TIME magazine did away with their “Man of the Year” award for the gender-negative “Person of the Year,” but dammit, I prefer MAN of the Year and this year’s man of the year is…(drumroll, please)
Two years ago, Republicans liked to say that the only hard thing Obama ever did right was beating Hillary Clinton in the primary, and in electoral terms, there was some truth to that. In 2012 the GOP hoped to cast him as an inspiring guy who was not up to the job. But now we know the difference between the wish and the thing, the hype and the man in the office. He stands somewhat shorter, having won 4 million fewer votes and two fewer states than in 2008. But his 5 million-vote margin of victory out of 129 million ballots cast shocked experts in both parties, and it probably would have been higher had so much of New York and New Jersey not stayed home after Hurricane Sandy. He won many of the toughest battlegrounds walking away: Virginia by 4 points, Colorado by 5 and the lily white states of Iowa and New Hampshire by 6. He untied Ohio’s knotty heartland politics, picked the Republican lock on Florida Cubans and won Paul Ryan’s hometown of Janesville, Wis. (Those last two data points especially caught the President’s interest.) He will take the oath on Jan. 20 as the first Democrat in more than 75 years to get a majority of the popular vote twice. Only five other Presidents have done that in all of U.S. history.
There are many reasons for this, but the biggest by far are the nation’s changing demographics and Obama’s unique ability to capitalize on them. When his name is on the ballot, the next America — a younger, more diverse America — turns out at the polls. In 2008, blacks voted at the same rate as whites for the first time in history, and Latinos broke turnout records. The early numbers suggest that both groups did it again in 2012, even in nonbattleground states, where the Obama forces were far less organized. When minorities vote, that means young people do too, because the next America is far more diverse than the last. And when all that happens, Obama wins. He got 71% of Latinos, 93% of blacks, 73% of Asians and 60% of those under 30.
That last number is the one Obama revels in most. When he talks about the campaign, he likes to think about the generational shift the country is going through on topics like gay marriage — an issue on which he lagged, only to reverse himself last spring. He connects it to the optimism he felt as a young man, the same thing he always talks about with staff in the limo or on the plane after visits with campaign volunteers. “The arc of the moral universe is long, but it bends toward justice,” reads one of the quotes stitched into his new Oval Office rug — an old abolitionist cry that Martin Luther King Jr. repurposed while marching on Selma, Ala. Obama believes in that, and he believes he is more than just a bit player in the transition. “I do think that my eight years as President, reflecting those values and giving voice to those values, help to validate or solidify that transformation,” he says, “and I think that’s a good thing for the country.”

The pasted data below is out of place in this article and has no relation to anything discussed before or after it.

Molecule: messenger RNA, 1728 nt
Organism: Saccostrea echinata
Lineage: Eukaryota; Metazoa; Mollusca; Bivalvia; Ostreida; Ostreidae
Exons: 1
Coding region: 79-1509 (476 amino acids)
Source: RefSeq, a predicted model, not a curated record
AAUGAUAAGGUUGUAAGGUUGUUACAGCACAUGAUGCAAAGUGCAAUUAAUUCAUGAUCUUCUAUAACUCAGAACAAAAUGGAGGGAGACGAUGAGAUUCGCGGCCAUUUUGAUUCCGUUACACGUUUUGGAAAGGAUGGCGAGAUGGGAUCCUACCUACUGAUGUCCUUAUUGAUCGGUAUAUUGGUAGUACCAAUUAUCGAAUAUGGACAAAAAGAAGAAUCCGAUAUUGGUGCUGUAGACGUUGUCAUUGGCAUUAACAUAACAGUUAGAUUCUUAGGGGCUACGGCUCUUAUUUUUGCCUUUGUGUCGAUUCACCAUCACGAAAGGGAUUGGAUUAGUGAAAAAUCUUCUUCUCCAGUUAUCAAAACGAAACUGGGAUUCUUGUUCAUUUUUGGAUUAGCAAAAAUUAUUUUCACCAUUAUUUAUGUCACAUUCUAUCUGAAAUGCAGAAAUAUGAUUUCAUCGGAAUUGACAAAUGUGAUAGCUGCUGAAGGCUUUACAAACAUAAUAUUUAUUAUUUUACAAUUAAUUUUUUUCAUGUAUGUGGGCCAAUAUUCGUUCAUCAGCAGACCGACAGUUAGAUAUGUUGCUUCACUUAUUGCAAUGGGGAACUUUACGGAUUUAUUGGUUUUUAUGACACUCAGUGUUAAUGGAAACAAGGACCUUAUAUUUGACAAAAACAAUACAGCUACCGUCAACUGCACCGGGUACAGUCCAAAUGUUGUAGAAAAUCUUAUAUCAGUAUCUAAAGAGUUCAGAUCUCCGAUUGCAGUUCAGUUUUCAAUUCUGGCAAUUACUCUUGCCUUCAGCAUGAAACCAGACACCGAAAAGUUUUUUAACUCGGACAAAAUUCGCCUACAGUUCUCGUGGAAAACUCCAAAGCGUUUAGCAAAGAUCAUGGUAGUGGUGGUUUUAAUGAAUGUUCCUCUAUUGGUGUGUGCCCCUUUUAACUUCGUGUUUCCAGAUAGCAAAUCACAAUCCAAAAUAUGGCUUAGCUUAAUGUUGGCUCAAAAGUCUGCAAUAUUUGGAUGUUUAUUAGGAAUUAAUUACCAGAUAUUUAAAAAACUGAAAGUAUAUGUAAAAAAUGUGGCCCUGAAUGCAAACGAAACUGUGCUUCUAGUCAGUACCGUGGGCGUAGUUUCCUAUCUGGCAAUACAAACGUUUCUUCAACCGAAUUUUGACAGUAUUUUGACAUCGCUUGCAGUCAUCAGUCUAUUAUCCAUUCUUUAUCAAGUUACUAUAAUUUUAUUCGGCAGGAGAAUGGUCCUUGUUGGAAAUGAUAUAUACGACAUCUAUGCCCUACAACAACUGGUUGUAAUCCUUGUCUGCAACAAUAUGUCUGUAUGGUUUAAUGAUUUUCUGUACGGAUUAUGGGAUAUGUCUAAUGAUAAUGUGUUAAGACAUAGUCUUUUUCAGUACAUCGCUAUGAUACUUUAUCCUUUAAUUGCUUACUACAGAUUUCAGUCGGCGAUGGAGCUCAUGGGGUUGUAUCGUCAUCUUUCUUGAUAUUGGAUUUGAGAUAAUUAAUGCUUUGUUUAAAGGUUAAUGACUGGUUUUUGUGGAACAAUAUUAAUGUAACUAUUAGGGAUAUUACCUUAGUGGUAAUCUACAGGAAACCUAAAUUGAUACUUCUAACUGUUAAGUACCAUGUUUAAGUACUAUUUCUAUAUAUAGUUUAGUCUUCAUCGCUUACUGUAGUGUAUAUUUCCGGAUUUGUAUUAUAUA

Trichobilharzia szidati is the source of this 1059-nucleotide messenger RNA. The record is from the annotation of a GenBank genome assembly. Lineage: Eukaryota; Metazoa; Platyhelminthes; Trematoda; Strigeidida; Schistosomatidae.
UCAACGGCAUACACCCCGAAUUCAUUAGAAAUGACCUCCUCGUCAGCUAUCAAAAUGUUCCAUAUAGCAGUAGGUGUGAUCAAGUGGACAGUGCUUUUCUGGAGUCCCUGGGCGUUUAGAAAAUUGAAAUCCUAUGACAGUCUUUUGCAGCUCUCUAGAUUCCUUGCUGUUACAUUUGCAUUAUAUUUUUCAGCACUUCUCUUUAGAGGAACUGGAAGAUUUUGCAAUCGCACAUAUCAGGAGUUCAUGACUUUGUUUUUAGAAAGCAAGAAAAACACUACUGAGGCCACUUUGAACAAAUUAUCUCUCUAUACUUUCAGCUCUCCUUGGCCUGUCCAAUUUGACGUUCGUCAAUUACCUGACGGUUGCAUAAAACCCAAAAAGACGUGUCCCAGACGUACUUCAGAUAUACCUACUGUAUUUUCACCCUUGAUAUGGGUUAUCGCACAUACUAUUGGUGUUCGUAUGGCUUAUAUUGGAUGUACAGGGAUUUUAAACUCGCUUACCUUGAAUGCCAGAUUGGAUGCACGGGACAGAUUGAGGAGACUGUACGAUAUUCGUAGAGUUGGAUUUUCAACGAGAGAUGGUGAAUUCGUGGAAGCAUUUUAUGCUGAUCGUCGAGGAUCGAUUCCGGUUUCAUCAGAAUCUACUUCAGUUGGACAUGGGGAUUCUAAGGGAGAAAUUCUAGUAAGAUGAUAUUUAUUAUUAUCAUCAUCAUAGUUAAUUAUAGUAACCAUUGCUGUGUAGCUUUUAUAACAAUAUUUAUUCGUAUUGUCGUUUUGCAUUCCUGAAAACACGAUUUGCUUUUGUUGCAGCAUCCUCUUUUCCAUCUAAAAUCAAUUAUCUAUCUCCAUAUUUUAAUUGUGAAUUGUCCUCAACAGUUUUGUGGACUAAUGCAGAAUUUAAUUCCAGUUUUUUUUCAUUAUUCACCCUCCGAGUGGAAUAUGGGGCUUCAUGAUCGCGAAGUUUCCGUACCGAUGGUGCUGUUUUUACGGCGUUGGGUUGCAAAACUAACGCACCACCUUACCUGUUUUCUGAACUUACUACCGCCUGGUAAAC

I have no problem with President Obama being TIME’s Person of the Year. The brother worked hard for it, he fought hard for it and hell, he deserves it. I put a poll on a debate board asking if Obama winning the honor was a good choice.
Obama’s selection was deemed “a good choice” by nearly 65 percent, “a terrible choice” by 9.68 percent, “someone else should have won” got 3.23 percent and “PSY (Gangnam Style) got 22.58 percent. I’d say better luck next year, but I seriously doubt a one-hit wonder like PSY has a next year.
All props to the president. It’s an honor well deserved.
Based upon their ability to withstand the long, torturous Bataan Death March that was the Republican primaries, the relentless pummeling from a shitstorm of 60-second negative attack ads brought to you by the influence of Super PACS thanks to the Supreme Court’s Citizens United ruling, a fat and lazy media that marginalizes most candidates and trivializes the entire process, and the repulsive waste of money that comes when two men raise $1 billion to run for a job that pays $400,000, the Person of the Year should have been The American Voter.
We deserved it.